Header

UZH-Logo

Maintenance Infos

Help-negation in suicidal youth living in Switzerland


Dey, M; Jorm, A F (2017). Help-negation in suicidal youth living in Switzerland. European Journal of Psychiatry, 31(1):17-22.

Abstract

Objectives To examine whether help-negation (i.e. not accepting or accessing available helping resources) among suicidal youth could also be found in a Swiss sample. Methods Data from 7335 16–20-year olds, who participated in the 2002 Swiss Multicentre Adolescent Survey on Health, were analyzed. Logistic regression analyses were conducted to predict if a person would generally talk with no one when having a mental health problem (e.g. feeling depressed or anxious). Not talking about such problems was interpreted as indicator for help-negation. The main predictor was suicide severity. Additionally, an indicator of depression and socio-demographic variables were included in the statistical models. Results People with higher levels of suicidality and depression were more likely to report that they would not talk about mental health problems. More non-Swiss (vs. Swiss) participants and apprentices (vs. students) reported high suicidality. Furthermore, these specific sub-groups seemed to be particularly likely to negate help. Conclusion Help-negation can also be found in a Swiss sample of young people and seems to be particularly pronounced in some socio-demographic subgroups. By reducing this reluctance to seek help, premature death due to suicide might be reduced.

Abstract

Objectives To examine whether help-negation (i.e. not accepting or accessing available helping resources) among suicidal youth could also be found in a Swiss sample. Methods Data from 7335 16–20-year olds, who participated in the 2002 Swiss Multicentre Adolescent Survey on Health, were analyzed. Logistic regression analyses were conducted to predict if a person would generally talk with no one when having a mental health problem (e.g. feeling depressed or anxious). Not talking about such problems was interpreted as indicator for help-negation. The main predictor was suicide severity. Additionally, an indicator of depression and socio-demographic variables were included in the statistical models. Results People with higher levels of suicidality and depression were more likely to report that they would not talk about mental health problems. More non-Swiss (vs. Swiss) participants and apprentices (vs. students) reported high suicidality. Furthermore, these specific sub-groups seemed to be particularly likely to negate help. Conclusion Help-negation can also be found in a Swiss sample of young people and seems to be particularly pronounced in some socio-demographic subgroups. By reducing this reluctance to seek help, premature death due to suicide might be reduced.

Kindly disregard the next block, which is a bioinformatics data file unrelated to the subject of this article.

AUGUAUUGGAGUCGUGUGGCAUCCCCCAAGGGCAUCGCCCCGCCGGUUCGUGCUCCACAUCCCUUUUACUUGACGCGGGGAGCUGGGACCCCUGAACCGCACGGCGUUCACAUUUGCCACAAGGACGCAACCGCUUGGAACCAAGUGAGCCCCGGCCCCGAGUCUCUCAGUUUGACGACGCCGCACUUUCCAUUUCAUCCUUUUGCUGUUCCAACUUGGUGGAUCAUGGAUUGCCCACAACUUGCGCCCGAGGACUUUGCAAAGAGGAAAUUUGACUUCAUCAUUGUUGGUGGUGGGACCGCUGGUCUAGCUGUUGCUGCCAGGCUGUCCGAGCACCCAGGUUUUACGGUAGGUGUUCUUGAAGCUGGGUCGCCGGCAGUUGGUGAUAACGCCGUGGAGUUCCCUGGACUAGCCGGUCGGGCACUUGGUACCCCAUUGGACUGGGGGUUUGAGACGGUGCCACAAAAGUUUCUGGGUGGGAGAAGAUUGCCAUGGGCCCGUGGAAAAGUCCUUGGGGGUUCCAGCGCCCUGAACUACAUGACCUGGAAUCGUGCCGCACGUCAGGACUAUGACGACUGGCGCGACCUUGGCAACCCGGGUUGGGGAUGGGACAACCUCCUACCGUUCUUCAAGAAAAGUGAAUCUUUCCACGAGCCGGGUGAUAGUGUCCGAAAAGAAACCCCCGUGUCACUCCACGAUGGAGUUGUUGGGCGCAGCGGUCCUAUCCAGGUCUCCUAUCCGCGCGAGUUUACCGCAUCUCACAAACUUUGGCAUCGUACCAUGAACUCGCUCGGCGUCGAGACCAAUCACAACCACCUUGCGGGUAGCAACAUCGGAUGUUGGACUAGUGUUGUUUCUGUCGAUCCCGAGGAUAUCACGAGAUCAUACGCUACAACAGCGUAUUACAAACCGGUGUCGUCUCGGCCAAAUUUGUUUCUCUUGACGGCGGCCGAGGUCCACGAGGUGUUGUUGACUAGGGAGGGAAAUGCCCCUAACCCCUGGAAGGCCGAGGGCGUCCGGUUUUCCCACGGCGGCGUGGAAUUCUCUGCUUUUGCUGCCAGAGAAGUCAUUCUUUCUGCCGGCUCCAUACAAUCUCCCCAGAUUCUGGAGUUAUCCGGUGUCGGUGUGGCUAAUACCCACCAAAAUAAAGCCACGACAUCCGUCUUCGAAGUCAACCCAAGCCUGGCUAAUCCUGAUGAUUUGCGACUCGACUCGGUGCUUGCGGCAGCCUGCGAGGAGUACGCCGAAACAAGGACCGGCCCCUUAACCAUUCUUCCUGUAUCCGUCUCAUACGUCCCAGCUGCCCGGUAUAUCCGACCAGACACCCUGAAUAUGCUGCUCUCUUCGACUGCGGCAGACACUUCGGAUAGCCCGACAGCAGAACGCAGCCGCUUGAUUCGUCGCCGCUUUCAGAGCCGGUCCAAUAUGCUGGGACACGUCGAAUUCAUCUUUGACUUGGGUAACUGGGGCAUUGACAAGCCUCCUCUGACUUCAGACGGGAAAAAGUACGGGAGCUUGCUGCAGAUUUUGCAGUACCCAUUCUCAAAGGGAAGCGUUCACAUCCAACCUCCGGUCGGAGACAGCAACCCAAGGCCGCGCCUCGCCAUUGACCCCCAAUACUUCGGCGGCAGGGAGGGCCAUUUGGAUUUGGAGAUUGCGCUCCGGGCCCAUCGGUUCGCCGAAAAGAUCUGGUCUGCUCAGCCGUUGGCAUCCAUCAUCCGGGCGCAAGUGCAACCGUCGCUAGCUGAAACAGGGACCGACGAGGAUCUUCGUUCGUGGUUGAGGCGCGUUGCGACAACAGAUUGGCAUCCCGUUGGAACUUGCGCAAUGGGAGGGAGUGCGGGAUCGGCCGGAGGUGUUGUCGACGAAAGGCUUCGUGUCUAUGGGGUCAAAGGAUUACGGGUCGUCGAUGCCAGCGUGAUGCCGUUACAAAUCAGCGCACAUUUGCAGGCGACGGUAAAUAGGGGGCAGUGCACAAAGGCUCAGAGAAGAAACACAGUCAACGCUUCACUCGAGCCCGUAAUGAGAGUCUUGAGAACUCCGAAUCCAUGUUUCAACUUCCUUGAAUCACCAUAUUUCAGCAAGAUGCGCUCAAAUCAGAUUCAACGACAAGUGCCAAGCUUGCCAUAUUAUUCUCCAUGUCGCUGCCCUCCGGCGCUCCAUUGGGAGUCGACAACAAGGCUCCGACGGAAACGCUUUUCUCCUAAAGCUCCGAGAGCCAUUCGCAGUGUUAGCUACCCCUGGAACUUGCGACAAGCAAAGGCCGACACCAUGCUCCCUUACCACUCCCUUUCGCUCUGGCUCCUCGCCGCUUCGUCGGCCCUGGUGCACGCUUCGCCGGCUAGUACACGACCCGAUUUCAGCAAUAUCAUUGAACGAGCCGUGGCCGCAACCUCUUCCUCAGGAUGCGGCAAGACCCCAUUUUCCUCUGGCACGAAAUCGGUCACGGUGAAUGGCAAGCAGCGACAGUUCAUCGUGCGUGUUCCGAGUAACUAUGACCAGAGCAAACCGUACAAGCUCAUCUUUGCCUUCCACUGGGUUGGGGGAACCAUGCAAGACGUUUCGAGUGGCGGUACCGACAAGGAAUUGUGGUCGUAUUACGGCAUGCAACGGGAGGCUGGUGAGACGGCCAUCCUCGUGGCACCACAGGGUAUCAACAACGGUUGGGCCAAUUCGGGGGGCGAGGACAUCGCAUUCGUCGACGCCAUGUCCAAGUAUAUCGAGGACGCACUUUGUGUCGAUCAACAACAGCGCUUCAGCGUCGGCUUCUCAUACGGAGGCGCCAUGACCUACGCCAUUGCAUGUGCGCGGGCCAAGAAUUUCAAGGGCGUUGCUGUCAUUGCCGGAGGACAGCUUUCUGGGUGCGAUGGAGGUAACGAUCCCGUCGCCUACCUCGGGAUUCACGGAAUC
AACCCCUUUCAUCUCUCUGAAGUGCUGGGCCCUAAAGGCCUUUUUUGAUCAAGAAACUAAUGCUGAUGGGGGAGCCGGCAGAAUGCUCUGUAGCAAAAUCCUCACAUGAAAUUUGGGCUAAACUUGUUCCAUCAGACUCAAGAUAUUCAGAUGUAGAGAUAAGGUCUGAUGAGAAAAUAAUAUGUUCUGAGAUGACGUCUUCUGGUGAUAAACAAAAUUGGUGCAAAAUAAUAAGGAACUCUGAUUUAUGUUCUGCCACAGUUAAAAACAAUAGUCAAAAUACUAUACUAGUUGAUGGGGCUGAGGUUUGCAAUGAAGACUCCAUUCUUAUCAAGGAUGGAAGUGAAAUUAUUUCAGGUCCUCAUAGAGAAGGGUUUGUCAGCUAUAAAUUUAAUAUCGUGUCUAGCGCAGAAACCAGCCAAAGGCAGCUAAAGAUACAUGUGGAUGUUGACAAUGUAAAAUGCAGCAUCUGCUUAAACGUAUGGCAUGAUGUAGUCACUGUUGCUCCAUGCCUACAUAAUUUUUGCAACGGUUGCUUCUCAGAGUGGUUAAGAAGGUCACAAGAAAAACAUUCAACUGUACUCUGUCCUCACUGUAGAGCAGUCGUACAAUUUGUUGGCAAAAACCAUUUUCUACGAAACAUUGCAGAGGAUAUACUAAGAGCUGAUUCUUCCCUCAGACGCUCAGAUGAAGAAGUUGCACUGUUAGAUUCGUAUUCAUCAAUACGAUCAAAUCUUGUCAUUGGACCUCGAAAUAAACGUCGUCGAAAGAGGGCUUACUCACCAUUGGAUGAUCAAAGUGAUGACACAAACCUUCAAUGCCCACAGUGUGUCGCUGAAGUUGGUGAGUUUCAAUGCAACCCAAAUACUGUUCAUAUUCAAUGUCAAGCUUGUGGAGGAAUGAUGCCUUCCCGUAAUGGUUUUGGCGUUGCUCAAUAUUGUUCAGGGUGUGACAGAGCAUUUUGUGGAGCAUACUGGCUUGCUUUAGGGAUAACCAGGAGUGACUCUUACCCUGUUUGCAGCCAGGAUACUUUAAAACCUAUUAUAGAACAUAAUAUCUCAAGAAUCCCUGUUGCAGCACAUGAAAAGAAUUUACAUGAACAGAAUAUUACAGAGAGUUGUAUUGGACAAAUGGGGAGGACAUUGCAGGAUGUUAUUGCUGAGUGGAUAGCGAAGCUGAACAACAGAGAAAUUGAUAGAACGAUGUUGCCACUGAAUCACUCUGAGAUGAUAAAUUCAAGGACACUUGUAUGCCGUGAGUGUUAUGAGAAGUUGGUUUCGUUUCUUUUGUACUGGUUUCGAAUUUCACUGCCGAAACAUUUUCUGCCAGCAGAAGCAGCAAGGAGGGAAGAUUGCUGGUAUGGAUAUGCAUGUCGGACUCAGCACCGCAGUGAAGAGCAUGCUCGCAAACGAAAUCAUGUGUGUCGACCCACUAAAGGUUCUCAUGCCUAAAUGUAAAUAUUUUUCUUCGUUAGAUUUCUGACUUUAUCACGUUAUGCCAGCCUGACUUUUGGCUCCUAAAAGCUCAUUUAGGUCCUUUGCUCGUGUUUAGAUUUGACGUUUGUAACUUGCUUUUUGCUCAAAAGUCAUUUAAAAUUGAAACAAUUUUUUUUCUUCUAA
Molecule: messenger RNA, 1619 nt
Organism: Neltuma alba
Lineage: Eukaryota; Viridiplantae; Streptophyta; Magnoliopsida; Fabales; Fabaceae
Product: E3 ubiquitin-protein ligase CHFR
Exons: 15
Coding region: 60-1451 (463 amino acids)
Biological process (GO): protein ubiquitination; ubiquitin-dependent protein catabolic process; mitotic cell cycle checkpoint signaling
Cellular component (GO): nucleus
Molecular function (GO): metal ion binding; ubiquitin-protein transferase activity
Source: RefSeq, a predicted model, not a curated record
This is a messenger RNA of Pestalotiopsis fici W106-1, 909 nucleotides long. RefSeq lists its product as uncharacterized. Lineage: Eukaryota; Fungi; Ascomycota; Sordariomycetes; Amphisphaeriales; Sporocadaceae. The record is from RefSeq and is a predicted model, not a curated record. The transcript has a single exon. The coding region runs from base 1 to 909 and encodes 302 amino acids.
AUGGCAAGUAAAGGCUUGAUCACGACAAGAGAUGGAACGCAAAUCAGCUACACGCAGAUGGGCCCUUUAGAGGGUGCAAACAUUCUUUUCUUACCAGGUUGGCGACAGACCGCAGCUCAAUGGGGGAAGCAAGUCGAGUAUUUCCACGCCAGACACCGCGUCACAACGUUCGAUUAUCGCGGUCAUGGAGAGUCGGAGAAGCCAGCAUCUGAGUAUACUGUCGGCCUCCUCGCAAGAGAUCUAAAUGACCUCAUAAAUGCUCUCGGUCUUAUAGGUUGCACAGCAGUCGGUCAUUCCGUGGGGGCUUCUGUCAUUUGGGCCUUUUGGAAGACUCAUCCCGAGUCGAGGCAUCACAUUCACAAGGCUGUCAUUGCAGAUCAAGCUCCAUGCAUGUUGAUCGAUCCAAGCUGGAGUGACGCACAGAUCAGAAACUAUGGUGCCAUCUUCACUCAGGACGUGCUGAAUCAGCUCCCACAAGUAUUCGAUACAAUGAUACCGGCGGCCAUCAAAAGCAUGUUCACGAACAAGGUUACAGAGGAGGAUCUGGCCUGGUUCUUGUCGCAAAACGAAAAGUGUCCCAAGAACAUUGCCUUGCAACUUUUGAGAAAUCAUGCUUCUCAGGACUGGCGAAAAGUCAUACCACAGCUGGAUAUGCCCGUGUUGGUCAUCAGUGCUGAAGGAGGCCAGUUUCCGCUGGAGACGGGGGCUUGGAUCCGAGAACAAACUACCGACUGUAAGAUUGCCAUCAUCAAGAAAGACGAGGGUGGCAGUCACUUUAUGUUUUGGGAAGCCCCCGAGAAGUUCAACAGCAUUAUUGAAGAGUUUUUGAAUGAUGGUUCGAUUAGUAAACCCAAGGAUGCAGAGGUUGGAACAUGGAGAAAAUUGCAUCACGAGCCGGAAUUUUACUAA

Statistics

Citations

Altmetrics

Downloads

1 download since deposited on 02 Feb 2018
1 download since 12 months
Detailed statistics

Additional indexing

Item Type:Journal Article, refereed, original work
Communities & Collections:04 Faculty of Medicine > Swiss Research Institute for Public Health and Addiction
Dewey Decimal Classification:610 Medicine & health
Uncontrolled Keywords:Psychiatry and Mental health
Language:English
Date:2017
Deposited On:02 Feb 2018 09:48
Last Modified:19 Aug 2018 13:26
Publisher:Universidad de Zaragoza
ISSN:0213-6163
OA Status:Closed
Free access at:Publisher DOI. An embargo period may apply.
Publisher DOI:https://doi.org/10.1016/j.ejpsy.2016.12.004
Project Information:
  • : FunderSNSF
  • : Grant IDP2ZHP1_148710
  • : Project TitlePopulation Mental Health in Switzerland: Time trends in population mental health and in the utilization of health services & mental healthy literacy

Download